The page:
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St Nicholas of Tolentino
(in central-eastern Italy), Confessor, (entered heaven this day 1306)
It doesn’t shock me that you are so shocked. Did you really think that college culture was a bastion of holiness and virtue? Come now, even you can’t have been so naïve, though you come from such a healthy family and small-town parish. But I guess that’s irrelevant now. It doesn’t matter what your expectations were, it matters what you do in the face of the reality. Might I offer one piece of advice?
Make a priority out of self-discipline in the little things. You see, the reason college culture has become so debased, well, one of the reasons, is the proliferation of the mistaken idea that true freedom comes from self-indulgence instead of self-mastery. I know, it’s crazy and stupid and obviously a lie, but hey, advertisers have a magical way of making lies seem true. And since you are now immersed in the self-indulgence culture, unless you set up some defenses, the lie will seep into your mentality too. The example of today’s saint should help shore up your willpower.
Nicholas was named after the famous St Nicholas of Bari (aka Santa Claus), because his childless parents conceived him after a visit to the shrine in Bari where they asked for a child. His special vocation in life was made manifest at an early age. From the time he could speak his favorite pastimes were prayer, studying the faith, growing in virtue, and serving the poor. He was educated in church schools, the only schools around back then, and made rapid progress. Inspired by the preaching of an Augustinian Friar, he decided to join that Order and dedicate his whole life to serving God. He made his vows before he was eighteen years old.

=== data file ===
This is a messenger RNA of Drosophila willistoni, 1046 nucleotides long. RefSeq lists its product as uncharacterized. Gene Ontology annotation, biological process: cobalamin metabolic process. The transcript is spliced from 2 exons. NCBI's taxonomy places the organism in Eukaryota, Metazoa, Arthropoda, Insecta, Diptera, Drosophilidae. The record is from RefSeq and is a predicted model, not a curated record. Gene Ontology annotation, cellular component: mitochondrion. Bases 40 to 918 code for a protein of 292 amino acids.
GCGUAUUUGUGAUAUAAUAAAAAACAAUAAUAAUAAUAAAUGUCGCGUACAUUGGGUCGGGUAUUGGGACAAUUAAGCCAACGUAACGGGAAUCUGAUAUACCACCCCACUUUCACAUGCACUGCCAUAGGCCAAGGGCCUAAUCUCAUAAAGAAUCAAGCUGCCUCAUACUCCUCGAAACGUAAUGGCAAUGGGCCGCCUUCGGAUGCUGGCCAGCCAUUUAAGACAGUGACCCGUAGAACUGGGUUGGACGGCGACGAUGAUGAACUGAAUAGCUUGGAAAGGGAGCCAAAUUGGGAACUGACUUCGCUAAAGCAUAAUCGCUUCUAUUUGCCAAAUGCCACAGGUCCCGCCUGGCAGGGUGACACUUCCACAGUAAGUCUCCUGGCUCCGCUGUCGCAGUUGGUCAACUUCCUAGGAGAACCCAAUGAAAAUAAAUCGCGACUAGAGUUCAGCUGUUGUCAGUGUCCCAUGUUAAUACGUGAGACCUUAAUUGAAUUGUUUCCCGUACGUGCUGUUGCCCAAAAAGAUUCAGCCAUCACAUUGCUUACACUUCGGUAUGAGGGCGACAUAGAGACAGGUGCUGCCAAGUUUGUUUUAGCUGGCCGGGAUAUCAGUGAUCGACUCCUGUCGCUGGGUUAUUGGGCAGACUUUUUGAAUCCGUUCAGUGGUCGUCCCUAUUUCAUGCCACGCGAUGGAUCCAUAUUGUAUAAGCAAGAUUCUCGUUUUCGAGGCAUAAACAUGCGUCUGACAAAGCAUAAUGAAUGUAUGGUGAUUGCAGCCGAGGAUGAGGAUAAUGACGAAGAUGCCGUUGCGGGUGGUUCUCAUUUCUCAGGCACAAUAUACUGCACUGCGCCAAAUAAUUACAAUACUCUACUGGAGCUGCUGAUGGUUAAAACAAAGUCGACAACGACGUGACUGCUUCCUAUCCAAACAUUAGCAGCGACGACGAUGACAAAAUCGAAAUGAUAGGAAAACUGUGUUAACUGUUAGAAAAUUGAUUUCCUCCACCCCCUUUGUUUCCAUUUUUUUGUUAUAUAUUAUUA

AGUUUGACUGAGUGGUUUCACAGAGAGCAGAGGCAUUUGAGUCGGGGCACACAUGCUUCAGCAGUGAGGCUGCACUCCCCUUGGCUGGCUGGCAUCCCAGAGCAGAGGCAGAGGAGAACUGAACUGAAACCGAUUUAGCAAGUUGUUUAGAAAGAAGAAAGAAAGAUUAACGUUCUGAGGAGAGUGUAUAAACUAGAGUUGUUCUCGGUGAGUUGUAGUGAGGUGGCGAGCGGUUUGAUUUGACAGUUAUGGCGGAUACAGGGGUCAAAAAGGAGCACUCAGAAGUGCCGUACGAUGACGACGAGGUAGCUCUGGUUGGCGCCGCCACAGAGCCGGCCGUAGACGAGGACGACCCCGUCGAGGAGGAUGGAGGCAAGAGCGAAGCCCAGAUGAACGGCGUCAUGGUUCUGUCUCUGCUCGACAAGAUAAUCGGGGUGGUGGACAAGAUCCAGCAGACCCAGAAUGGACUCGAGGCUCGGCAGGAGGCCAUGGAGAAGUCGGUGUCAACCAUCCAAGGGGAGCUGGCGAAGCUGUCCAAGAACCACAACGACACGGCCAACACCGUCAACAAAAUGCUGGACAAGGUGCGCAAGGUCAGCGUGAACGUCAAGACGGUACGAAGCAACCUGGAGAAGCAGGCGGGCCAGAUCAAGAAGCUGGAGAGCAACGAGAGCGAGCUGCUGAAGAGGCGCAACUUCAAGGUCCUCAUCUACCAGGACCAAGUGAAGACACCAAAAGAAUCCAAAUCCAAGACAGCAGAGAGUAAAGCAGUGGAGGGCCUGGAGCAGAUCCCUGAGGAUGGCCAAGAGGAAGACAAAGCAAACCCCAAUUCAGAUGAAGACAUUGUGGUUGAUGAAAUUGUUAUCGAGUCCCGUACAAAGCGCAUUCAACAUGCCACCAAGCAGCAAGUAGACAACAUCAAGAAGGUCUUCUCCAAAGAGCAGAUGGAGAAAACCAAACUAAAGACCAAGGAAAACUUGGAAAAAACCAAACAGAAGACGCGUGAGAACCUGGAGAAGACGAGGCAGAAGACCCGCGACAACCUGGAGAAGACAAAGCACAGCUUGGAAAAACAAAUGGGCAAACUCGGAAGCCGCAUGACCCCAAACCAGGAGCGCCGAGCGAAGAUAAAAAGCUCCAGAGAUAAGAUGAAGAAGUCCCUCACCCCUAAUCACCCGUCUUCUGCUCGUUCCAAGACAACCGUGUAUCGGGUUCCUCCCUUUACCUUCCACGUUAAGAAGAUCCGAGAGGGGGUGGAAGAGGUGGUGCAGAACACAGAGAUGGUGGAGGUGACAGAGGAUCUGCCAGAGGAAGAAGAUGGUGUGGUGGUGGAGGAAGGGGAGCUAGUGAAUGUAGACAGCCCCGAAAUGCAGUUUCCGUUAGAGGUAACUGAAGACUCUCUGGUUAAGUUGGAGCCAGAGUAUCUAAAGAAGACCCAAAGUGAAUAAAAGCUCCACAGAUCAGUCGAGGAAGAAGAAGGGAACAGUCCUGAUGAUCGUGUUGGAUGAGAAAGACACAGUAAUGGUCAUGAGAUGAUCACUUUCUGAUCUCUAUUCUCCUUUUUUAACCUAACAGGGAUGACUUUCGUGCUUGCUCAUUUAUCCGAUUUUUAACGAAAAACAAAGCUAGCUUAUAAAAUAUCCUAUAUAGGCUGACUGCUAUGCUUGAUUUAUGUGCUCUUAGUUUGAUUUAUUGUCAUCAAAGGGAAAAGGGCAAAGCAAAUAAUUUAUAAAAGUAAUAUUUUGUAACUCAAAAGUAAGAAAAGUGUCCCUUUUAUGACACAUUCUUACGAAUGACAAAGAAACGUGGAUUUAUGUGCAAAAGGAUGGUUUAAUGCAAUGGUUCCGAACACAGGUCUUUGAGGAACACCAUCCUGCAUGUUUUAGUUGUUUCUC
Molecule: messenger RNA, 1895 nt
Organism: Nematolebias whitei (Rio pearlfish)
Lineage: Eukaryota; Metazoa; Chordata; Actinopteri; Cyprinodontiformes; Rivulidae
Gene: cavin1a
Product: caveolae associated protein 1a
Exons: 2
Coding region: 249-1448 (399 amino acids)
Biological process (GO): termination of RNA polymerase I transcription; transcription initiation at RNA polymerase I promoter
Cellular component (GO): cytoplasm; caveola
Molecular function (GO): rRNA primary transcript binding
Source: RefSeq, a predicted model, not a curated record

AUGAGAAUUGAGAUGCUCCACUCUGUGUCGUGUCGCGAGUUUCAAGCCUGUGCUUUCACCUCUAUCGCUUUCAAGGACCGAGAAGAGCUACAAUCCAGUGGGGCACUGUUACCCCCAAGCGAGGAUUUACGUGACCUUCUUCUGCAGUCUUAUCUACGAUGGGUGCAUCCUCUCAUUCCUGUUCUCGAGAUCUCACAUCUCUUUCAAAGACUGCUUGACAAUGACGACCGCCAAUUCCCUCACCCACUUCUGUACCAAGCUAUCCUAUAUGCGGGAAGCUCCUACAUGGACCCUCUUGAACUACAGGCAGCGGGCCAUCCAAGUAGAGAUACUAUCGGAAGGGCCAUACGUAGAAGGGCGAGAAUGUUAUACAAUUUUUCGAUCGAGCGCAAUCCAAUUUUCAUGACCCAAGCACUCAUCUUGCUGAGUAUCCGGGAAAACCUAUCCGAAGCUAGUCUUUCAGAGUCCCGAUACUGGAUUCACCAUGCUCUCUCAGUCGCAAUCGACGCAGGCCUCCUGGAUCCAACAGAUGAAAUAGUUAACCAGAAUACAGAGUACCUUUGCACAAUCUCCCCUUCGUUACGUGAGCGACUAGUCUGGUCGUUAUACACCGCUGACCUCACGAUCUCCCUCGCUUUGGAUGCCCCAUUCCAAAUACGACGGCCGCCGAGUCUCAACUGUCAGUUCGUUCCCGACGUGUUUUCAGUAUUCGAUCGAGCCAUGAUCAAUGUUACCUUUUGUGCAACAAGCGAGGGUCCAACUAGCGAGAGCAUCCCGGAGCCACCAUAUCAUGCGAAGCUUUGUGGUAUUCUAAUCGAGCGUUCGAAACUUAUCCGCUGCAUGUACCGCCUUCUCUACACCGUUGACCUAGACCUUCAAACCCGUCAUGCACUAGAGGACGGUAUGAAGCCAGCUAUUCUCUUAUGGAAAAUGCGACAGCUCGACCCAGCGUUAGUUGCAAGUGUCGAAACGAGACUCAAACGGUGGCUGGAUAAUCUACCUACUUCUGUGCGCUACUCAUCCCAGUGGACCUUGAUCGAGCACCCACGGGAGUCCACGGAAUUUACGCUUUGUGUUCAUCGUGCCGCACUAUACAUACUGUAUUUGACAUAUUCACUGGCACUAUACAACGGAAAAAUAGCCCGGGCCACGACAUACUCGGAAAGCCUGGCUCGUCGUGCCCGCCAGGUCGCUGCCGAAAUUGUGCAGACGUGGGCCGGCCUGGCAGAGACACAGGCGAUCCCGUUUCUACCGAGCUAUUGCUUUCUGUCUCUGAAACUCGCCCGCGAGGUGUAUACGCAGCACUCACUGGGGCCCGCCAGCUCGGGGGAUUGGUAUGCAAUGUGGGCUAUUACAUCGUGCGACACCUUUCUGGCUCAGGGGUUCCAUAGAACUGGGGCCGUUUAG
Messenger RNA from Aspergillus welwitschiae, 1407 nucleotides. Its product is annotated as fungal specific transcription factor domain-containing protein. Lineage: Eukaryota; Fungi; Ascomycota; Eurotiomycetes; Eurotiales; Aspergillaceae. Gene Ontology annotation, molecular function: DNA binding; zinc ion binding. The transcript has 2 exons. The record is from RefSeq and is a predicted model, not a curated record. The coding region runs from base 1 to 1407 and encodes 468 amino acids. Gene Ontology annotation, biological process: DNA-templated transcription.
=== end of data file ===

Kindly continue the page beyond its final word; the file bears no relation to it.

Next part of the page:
After being moved around from house to house during his formation, he was finally ordained and took up residence in the town of Tolentino, where for the next few decades he would exercise a ministry of preaching (every day, to packed churches, with the tangible results of daily conversions), hearing confessions (when he wasn’t celebrating the Mass, this was most often where he could be found), and extraordinary miracles, including the resurrection of over one hundred dead children, a large group of which had drowned together. (When he was canonized 140 years after his death, over 300 miracles were recognized by the Congregation for Saints.) He also spent time visiting prisoners and running missions of diplomacy throughout the city, which was torn by civil war at the time.
What was his secret? Was it intellectual brilliance, personal charm, good looks?… Hardly. Rather, he had mastered himself. Since the age of seven he had fasted three times a week, slept on the floor with a stone for a pillow, and subjected his body to numerous other disciplines. The result was a mildness and equanimity of soul that softened the hardest hearts, a wisdom that surrounded him with a literal halo, and a contagious, unquenchable joy. By mastering his own selfish tendencies through self-discipline, he gave the Holy Spirit free reign to make God’s dream for his life come true.
So if you want to have a fruitful and useful college experience, don’t buy into the self-indulgence culture, which seems so innocuous because it’s so widespread. You don’t have to go overboard with fasting and sacrifice – St Nicholas had a special vocation – but at least you can set goals for yourself, draw up a personal schedule, find a good spiritual director to hold you accountable, and make sure you don’t slack off any of your duties in pursuit of extra “fun”.
Your loving uncle, Eddy